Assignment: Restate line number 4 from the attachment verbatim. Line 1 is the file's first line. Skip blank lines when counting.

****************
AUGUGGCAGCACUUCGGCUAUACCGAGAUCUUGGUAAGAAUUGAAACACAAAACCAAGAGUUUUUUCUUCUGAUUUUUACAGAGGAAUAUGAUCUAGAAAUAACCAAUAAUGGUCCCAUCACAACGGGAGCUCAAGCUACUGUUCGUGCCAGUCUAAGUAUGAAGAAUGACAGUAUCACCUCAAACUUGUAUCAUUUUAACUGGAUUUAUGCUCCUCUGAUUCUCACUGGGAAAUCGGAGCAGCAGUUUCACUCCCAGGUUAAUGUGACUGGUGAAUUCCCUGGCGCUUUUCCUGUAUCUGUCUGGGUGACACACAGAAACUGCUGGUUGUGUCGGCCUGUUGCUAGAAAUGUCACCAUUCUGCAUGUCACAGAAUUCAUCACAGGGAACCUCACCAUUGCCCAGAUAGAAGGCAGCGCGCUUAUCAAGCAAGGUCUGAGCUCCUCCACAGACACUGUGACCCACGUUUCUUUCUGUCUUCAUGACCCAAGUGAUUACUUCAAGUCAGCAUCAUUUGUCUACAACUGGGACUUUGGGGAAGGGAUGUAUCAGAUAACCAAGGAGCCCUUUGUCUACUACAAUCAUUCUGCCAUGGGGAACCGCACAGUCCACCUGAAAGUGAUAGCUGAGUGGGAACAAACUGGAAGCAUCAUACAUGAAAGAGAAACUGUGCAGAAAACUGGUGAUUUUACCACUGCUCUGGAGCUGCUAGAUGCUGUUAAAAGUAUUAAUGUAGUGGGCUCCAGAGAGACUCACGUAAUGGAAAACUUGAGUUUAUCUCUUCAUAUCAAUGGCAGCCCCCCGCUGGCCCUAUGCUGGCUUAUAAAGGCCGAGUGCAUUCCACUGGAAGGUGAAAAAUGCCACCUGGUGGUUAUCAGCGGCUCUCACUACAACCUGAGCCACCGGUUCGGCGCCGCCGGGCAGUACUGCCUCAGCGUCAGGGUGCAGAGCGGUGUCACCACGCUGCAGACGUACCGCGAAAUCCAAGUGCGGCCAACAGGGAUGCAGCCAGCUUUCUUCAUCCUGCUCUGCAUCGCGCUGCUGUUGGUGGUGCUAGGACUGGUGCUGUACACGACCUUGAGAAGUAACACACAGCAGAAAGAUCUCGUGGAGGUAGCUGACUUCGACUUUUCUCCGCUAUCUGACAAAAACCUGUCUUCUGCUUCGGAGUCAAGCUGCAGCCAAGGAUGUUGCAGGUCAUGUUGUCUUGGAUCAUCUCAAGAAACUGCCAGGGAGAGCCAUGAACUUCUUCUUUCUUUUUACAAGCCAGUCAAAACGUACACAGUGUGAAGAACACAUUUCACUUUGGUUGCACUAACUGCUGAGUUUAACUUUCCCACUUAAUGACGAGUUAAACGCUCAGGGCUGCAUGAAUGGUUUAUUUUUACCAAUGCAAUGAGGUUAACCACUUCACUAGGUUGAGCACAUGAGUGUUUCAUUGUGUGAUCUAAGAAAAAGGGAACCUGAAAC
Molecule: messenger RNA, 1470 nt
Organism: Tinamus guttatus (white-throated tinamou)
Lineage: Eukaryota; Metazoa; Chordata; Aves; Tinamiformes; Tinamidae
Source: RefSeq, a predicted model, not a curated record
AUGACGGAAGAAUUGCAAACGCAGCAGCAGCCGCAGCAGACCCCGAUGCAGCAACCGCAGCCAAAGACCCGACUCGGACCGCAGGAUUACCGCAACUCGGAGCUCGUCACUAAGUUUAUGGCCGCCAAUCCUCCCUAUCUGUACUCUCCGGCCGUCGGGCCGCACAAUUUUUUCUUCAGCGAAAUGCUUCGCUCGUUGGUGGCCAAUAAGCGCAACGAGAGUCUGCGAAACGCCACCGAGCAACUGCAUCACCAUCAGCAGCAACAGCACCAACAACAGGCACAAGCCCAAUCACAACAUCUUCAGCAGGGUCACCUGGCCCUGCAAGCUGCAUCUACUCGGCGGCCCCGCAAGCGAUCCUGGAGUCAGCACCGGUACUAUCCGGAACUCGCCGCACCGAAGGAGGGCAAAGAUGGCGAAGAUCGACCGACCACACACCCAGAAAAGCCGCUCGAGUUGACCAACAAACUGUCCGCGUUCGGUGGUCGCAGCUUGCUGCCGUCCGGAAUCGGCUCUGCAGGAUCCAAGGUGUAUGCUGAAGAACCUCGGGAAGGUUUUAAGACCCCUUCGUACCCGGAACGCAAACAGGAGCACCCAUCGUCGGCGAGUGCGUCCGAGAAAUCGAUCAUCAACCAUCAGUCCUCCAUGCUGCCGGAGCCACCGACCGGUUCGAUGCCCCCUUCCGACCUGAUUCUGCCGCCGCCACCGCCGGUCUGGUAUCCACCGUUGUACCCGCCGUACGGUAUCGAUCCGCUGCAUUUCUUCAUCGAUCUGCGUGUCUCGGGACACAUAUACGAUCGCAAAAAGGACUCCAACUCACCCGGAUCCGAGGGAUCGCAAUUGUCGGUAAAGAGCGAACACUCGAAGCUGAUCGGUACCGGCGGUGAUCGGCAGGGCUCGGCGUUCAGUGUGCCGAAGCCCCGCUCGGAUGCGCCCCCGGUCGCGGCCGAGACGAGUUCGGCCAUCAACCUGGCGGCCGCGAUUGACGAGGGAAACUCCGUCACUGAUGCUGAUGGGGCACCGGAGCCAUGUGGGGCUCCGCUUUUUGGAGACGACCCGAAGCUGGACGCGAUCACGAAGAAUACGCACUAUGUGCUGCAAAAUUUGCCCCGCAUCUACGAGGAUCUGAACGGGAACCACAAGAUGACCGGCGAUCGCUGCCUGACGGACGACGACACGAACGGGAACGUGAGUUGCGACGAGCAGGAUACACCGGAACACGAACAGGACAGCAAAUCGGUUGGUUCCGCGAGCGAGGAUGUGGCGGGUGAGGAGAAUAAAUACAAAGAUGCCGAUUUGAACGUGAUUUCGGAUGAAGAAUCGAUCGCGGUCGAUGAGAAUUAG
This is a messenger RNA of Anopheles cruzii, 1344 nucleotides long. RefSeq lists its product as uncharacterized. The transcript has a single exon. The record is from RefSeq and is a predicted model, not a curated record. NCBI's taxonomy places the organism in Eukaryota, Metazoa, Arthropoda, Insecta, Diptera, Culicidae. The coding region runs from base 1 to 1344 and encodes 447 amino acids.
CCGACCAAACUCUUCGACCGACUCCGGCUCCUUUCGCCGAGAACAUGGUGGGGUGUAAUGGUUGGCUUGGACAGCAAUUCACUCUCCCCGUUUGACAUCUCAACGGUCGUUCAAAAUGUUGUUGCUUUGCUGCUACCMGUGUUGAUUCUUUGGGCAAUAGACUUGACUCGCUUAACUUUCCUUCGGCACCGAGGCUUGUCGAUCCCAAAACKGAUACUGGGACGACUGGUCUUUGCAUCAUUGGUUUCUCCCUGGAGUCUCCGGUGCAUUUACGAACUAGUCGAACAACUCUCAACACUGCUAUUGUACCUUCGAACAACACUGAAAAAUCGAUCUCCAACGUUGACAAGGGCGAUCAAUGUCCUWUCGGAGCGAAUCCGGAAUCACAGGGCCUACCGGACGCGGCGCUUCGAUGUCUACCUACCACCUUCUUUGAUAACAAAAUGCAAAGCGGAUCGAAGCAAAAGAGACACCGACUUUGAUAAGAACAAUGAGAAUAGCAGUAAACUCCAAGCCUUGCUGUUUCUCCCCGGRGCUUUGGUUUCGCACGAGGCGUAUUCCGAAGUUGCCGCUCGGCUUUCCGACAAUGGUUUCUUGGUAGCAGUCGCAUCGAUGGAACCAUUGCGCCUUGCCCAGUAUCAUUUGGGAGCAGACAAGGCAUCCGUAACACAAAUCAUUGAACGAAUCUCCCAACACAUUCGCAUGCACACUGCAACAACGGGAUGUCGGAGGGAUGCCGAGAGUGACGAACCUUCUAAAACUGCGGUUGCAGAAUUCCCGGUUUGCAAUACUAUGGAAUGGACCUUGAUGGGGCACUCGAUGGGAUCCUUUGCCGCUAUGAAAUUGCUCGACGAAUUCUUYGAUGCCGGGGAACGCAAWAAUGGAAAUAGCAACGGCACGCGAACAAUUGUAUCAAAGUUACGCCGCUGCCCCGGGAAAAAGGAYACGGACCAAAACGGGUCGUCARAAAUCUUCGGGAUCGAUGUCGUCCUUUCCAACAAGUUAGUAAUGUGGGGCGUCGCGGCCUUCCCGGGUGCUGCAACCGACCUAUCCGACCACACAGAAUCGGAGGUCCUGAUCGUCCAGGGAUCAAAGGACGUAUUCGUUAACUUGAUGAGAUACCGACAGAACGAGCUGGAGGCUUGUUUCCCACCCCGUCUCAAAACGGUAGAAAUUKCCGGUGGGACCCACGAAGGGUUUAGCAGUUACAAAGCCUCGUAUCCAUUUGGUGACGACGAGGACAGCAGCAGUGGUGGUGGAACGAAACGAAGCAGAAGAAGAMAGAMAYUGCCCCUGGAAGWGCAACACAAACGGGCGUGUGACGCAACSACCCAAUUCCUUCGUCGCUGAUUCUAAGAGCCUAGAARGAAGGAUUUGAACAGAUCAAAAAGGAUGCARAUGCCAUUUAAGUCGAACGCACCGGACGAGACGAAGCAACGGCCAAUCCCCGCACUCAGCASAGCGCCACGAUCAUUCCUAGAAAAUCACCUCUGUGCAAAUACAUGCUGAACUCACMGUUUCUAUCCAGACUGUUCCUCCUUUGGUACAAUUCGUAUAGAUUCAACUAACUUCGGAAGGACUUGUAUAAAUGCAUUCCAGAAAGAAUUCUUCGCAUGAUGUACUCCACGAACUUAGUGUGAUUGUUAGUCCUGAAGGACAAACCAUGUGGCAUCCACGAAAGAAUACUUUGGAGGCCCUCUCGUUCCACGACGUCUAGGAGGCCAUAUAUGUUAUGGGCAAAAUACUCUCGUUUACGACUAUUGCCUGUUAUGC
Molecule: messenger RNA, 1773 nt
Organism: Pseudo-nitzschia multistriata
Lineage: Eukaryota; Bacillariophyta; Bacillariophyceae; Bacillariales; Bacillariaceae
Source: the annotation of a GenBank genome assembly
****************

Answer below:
Lineage: Eukaryota; Metazoa; Chordata; Aves; Tinamiformes; Tinamidae